In the first paragraph of Rothblatt's piece, she writes:
There are thousands of software engineers across the globe working day and night to create cyberconsciousness. This is real intelligent design. There are great financial awards available to the people who can make game avatars respond as curiously as people. Even vaster wealth awaits the programming teams that create personal digital assistants with the conscientiousness, and hence consciousness, of a perfect slave.
While it is quite right to point out that there are thousands of clever coders working on the improvement of gaming systems at the moment, it is quite extraordinary to say that this amounts to work to "create cyberconsciousness." I daresay that vanishingly small numbers of coders actually working to produce less wooden NPCs (non player characters) and less fakey avatars in gaming environments would ever mistake their work as contributions to the "creation of cyberconsciousness," except perhaps for a handful of California coder boys who may already have joined the ranks of one of the Robot Cults here. Nobody who knows anything about consciousness would ever mistake an online avatar as possessing it, even incipiently.
That Rothblatt describes coders who do mistake software as a kind of aborning consciousness as engaging in "intelligent design" seems to me a revealing slip. To invest the technoscientific state of the art with a significance beyond the actual problems it solves and causes in the present, to invest it instead with the imaginary significance of constituting a stepping stone along a fatal road that is sure to eventuate in the arrival of super-predicated outcomes -- from software to superintelligence, as from medicine also to superlongevity, as from automation and biochemistry also to superabundance -- is to indulge in a faith-based initiative, an essentially religious enterprise, to confuse romance with science to the cost of both.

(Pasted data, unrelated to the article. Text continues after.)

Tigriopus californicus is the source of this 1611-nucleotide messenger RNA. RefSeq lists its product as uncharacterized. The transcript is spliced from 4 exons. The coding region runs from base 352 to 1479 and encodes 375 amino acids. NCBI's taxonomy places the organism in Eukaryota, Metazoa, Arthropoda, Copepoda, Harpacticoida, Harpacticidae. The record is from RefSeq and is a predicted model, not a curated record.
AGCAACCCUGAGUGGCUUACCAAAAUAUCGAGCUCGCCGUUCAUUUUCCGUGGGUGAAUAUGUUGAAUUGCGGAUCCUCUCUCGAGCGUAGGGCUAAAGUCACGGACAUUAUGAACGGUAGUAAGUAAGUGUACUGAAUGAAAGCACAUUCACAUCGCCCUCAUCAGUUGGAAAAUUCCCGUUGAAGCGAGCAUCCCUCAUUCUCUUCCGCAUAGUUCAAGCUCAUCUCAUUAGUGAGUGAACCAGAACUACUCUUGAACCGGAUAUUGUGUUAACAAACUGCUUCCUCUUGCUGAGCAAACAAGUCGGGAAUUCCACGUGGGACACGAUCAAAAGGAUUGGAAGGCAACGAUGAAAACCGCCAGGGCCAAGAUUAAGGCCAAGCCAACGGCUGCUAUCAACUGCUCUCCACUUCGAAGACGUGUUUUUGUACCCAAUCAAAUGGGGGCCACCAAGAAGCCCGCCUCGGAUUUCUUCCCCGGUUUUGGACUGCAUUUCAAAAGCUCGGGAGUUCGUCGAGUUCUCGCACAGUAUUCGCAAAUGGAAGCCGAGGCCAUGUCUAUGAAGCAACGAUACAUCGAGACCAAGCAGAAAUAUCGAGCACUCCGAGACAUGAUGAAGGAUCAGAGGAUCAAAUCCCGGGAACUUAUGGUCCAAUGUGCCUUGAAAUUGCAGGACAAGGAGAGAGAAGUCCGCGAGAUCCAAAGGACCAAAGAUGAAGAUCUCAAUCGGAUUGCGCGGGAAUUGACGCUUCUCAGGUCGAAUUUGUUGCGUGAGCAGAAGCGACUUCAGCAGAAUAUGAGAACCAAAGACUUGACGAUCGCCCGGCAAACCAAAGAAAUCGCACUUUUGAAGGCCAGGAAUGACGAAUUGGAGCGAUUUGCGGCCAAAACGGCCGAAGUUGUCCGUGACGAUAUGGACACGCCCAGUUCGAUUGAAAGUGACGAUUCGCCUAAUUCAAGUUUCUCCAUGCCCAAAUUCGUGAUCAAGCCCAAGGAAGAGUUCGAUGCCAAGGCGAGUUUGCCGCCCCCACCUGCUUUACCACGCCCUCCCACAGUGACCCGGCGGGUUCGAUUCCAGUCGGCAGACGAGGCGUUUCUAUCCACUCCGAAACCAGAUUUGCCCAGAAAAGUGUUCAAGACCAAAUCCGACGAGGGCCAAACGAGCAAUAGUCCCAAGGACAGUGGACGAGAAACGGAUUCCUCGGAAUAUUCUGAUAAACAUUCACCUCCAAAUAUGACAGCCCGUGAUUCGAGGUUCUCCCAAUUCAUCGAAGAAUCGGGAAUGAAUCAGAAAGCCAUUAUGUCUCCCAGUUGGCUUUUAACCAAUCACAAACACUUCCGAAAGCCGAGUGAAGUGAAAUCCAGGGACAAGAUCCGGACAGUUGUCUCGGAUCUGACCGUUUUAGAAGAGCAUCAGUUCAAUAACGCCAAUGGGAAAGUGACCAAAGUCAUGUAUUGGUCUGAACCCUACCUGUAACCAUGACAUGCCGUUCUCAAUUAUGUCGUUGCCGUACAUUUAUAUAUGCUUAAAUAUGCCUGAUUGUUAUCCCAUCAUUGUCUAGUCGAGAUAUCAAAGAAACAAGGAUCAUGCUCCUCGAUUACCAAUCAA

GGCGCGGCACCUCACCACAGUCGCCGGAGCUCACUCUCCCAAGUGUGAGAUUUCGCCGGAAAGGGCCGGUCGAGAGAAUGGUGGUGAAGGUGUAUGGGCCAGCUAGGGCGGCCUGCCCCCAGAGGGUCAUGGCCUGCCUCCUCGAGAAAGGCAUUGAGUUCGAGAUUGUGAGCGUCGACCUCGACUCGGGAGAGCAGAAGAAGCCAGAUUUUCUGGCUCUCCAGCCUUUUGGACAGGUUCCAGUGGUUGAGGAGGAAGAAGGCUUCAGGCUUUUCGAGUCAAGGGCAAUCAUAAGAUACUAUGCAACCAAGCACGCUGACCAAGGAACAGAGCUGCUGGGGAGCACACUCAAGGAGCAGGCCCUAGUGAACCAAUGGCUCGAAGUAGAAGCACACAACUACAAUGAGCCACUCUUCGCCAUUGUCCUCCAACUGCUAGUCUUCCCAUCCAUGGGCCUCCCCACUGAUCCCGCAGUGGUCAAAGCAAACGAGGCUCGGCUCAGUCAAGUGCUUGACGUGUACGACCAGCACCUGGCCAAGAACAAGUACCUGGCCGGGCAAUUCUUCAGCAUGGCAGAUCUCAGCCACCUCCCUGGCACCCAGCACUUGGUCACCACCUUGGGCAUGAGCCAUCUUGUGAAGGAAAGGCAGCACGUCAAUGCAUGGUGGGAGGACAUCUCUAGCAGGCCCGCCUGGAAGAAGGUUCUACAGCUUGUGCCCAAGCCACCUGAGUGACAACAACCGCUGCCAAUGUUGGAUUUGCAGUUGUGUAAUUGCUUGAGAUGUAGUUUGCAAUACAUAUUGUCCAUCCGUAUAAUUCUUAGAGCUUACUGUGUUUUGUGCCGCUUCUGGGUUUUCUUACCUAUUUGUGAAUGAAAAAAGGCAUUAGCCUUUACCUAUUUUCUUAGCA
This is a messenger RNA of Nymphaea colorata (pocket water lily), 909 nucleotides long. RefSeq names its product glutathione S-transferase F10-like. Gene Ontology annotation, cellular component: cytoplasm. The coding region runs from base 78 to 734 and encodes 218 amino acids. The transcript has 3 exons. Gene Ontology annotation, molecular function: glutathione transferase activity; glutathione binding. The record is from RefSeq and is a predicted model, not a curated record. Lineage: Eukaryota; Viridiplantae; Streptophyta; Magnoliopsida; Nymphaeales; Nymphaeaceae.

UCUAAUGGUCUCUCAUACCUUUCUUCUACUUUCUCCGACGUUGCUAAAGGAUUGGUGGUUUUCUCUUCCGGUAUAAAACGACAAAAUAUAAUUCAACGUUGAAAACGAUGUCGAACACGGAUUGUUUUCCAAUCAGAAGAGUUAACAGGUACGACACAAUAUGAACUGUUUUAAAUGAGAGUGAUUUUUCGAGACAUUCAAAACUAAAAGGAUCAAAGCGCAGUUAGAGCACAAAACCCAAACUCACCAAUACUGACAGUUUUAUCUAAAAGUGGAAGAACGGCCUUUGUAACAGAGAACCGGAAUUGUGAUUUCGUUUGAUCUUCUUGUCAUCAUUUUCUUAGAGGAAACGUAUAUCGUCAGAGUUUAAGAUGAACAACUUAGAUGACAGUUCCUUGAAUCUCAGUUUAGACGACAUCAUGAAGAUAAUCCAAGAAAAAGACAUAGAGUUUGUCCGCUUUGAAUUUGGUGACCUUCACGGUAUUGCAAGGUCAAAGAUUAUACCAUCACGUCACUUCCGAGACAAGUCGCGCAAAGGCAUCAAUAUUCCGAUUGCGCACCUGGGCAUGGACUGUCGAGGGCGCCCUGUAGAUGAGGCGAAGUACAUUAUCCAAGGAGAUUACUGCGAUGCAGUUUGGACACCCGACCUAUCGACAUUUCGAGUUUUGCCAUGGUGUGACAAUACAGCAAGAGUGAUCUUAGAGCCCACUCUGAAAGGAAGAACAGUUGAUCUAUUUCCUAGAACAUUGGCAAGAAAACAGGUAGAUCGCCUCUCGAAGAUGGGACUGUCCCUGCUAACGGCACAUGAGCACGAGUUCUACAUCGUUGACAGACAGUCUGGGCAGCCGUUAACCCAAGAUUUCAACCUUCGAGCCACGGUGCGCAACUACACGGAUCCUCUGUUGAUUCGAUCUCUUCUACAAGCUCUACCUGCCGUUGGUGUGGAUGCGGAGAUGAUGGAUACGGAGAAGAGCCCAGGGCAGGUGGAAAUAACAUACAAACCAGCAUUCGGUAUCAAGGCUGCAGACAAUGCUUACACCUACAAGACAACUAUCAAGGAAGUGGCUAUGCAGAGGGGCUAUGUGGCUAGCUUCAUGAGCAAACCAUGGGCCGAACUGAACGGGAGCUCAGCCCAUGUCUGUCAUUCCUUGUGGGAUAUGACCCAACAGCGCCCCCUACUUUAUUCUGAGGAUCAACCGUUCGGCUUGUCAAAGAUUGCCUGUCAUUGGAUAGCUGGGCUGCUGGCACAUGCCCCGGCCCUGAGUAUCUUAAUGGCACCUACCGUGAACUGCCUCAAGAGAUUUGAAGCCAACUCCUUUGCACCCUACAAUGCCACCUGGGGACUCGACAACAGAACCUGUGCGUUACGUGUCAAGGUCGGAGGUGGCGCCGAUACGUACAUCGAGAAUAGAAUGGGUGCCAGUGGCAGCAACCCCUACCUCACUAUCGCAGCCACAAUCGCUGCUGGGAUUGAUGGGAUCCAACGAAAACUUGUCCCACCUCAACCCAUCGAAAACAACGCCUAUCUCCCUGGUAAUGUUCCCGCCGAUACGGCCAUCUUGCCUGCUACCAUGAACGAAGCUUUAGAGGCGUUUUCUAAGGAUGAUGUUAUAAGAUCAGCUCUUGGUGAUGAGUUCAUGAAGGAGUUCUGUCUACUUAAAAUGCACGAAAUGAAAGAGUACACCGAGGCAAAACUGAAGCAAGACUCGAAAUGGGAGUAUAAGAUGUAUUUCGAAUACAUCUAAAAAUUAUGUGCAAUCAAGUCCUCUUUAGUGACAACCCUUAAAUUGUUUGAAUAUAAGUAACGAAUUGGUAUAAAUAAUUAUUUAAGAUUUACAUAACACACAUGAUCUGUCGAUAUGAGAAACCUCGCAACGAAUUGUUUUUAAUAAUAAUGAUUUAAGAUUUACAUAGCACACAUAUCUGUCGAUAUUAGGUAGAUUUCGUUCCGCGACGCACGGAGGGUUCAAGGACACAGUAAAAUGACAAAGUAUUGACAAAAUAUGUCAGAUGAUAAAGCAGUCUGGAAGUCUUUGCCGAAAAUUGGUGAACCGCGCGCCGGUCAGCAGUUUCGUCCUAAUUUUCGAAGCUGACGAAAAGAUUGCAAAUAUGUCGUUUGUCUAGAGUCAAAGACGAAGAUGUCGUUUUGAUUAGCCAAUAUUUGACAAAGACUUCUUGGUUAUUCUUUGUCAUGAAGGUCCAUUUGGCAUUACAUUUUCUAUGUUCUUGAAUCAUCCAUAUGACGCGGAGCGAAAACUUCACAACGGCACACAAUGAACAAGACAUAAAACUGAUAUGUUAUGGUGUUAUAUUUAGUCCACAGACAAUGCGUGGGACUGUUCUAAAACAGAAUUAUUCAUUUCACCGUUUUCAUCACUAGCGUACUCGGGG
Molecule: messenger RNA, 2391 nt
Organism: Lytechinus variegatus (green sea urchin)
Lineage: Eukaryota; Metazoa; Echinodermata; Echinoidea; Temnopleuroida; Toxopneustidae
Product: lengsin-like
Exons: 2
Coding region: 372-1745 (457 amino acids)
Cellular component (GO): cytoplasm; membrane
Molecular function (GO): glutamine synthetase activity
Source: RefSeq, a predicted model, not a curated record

Although I have quoted Rothblatt's first paragraph in its entirety, I have not yet mentioned that it was preceded by a quote from Robert F. Kennedy: “Some men see things as they are and wonder why. Others dream things that never were and ask why not?” Robert F. Kennedy. Later, Rothblatt evokes John Lennon's "Imagine" to similar effect.
There are a few things to say about these cynical appropriations of heroes of mine and other progressives. First, Kennedy and Lennon were urging us to break the crust of convention to work toward visions of justice more capacious than the status quo afforded us, they were not urging us to pretend that two plus two equals five or, say, that the magic of the Harry Potter universe is real (although, come to think of it, the real magic in the Potter universe ends up deriving from the fact that diverse people working in concert can overcome the brutality of egomaniacs, which is not only really true but a lesson that Robot Cultists would do well to attend to). To engage in social struggle in the name of democracy, non-violence, and social justice as Kennedy and Lennon inspire us to do is a very different matter from the injunction of a Robot Cultist to confuse freedom for a mirage of endlessly amplified instrumental power, to confuse a diversity of peers acting in concert in the world with wish-fulfillment fantasies of "transcending" the world through technoscientific magicks.